Benefits of road bike over mtb?

Discussion in 'Beginners Forum' started by whitey818, Jun 27, 2010.

Tags:
  1. whitey818

    whitey818 New Member

    22
    0
    0
    I really want to get me a road bike soon for longer rides, I have been putting around 100 miles a week on my mountain bike. The mtb is working out fine but I think the road bike would make the 24 mile round trip to my parents house much more comfortable plus I would like to start doing farther rides. That ride is all highway with a few slight inclines but my ride to work requires almost all side walk, very flat but kinda rough bumpy concrete.
    How well does a road bike deal with rough surface, I have never even sat on a bike with drop bars. Also there is about 1 mile of smooth dirt road to get to my parents house that I would be willing to walk if the thin tires can't navigate but would much rather peddle.
    How do you figure out the proper sizing of a road bike my mtb is perfect for me at 20". What ever I end up getting it will be used, probably from Craigslist so no initial help on selection from a bike shop.
    I guess what I am wondering is will it be that big of a difference between my mtb w/slicks and a road bike on longer rides and will the road bike be able to handle the rough sidewalks on my way to work without damage to it or me?
    Thanks to those who made it through all my rambling for what probably could have been writen with less typing! :D
     
  2. djcyberlegend

    djcyberlegend Group rookie

    392
    1
    0
    For starters, the gearing on a road bike is much different than that of a MTB - mainly bigger chainrings on the cranks and smaller cogs on the wheel, the end result being faster speed. As you also mentioned, you will definitely want to lose the knobby tires when riding for long distances on pavement, the knobbies give a lot of rolling resistance so you'll need to pedal harder, after a few miles your legs are guaranteed to turn to Jell-O... :eek:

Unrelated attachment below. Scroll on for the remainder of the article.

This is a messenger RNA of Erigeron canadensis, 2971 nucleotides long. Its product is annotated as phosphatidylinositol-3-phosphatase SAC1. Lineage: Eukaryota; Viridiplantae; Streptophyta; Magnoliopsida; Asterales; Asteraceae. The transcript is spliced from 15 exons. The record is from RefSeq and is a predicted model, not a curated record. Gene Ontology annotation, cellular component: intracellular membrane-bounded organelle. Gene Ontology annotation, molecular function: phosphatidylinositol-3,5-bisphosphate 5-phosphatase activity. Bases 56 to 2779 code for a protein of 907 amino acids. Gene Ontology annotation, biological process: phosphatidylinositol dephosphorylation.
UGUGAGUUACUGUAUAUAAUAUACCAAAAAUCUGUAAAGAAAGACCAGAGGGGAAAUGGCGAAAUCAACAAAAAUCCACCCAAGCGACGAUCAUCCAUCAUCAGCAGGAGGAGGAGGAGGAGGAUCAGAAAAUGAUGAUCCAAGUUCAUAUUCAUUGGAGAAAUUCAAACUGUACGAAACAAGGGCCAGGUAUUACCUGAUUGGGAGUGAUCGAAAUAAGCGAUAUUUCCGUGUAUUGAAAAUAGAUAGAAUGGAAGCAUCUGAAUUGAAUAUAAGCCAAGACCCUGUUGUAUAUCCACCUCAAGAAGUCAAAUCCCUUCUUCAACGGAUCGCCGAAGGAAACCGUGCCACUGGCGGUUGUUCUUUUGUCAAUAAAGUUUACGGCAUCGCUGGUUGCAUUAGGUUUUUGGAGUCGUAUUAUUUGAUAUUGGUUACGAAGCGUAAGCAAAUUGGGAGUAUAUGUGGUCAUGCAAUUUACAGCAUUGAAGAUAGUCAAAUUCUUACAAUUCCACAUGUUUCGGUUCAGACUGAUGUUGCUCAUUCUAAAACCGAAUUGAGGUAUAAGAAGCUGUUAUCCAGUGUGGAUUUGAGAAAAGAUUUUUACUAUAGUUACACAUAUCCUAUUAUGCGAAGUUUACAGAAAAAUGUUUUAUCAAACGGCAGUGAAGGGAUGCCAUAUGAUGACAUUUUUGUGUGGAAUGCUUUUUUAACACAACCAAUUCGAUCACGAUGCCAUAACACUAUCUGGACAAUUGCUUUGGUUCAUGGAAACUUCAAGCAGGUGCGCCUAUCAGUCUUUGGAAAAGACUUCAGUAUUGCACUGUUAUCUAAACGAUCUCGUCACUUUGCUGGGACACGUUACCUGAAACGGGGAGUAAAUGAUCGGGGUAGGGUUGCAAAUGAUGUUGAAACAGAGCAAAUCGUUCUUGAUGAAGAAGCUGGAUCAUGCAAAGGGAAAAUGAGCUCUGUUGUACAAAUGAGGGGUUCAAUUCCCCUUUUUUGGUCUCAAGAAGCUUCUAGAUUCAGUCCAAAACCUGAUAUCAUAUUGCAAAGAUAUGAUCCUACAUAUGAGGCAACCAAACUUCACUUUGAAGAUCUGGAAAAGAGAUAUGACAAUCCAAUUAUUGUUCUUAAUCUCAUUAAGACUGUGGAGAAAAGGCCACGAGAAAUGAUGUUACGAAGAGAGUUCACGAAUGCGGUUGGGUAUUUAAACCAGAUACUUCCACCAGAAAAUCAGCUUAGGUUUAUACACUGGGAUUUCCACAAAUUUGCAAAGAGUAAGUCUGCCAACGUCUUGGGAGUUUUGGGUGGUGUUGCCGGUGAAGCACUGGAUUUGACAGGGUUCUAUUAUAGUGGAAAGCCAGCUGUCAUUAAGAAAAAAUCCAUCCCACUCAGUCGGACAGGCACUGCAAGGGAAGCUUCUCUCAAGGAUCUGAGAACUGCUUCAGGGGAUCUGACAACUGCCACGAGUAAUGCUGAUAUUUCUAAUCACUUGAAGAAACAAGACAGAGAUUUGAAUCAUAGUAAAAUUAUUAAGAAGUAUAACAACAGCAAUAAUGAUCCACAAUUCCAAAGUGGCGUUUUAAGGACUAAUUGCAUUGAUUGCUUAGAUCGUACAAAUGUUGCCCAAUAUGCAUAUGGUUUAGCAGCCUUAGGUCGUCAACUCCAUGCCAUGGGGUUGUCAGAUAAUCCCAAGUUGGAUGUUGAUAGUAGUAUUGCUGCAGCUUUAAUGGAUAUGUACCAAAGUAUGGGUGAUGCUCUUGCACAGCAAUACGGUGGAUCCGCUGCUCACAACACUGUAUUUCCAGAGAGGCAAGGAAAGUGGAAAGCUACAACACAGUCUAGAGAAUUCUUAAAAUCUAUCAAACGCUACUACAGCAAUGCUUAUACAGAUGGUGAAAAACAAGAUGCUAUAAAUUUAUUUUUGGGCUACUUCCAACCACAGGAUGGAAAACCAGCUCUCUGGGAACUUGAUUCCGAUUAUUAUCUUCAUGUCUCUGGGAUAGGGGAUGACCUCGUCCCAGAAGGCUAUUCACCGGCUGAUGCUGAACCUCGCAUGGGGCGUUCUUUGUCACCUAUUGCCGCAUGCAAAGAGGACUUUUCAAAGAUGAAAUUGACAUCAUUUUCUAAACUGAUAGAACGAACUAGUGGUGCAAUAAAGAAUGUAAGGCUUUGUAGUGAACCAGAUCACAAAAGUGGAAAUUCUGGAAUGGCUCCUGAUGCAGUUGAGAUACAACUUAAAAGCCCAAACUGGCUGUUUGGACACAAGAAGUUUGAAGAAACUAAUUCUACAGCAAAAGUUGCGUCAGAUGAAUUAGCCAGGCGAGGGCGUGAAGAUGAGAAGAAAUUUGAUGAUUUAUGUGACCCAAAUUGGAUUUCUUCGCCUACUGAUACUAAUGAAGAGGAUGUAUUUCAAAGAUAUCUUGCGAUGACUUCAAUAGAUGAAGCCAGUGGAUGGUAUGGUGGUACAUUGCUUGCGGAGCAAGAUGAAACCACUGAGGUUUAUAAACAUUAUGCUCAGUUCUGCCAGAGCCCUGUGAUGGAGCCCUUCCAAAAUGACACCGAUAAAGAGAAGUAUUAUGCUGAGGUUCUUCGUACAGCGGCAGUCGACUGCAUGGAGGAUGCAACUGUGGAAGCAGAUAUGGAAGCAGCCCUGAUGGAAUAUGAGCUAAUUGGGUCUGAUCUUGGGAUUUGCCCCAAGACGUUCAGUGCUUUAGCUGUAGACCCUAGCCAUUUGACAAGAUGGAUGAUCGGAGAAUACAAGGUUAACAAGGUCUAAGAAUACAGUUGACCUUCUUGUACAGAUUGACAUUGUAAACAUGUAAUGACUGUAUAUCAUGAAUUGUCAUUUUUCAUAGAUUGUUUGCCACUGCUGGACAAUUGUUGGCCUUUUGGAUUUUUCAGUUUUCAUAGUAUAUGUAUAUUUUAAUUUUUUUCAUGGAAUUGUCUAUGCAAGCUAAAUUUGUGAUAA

A good road bike should be able to handle some bumps, if you have some mild gravel in the mix, you can always use a slightly wider tire for better traction.

    For a starting point on sizing and fitting, check out these links:
    Fit Calculator - Competitive Cyclist
    How to Fit a Bicycle - by Peter White Cycles

    Good luck.
     

  3. whitey818

    whitey818 New Member

    22
    0
    0
    Thanks for the 2 sites on fitting dj and the info on the chainrings. I have Kendra Kwest 1.5" slicks on my bike now, big improvement over the nobbies. Thats what got me wondering how much of an improvement a road bike would be, just worried if the road bike could handle the rough ride on the jarring sidewalk to work and if it would be a big improvement on longer rides, seems obvious but the biggest difference between my mtb and road bikes, besides the tires, is the drop bars and the gearing. My bike is a rigid with 701 aluminum frame so its a pretty light bike.
     
  4. hophead

    hophead New Member Tavern Member

    1,501
    1
    0
    You may want to look into a hybrid for the type of riding that you are doing. They have bigger tires than a road bike and will handle rough surfaces better. They also offer a more comfortable riding position. Another option is a cross bike which is similar to a road bike but has bigger tires and is designed for mixed surface riding.

    You could also just buy a set of slicks for your mountain bike. I used to commute 24 miles round trip on one and it did a great job. Obviously, a mtn bike with road tires will not be as fast as the other options, but it's a vast improvement over knobbies on the road.

    If you really want a road bike, I would go with something steel over aluminium. Steel soaks up the bumps much better than beer can material does.
     
  5. whitey818

    whitey818 New Member

    22
    0
    0
    Yea, it would diffinitely be a steel bike, probably an older one. I think I am going to go check out some yard sales and flea market this weekend and see if I can find something cheap to give it a try. I have slicks on my mtb, and is a vast improvement. Just got back from a 30 mile round trip on it and feel pretty good other than hungry as all get out. lol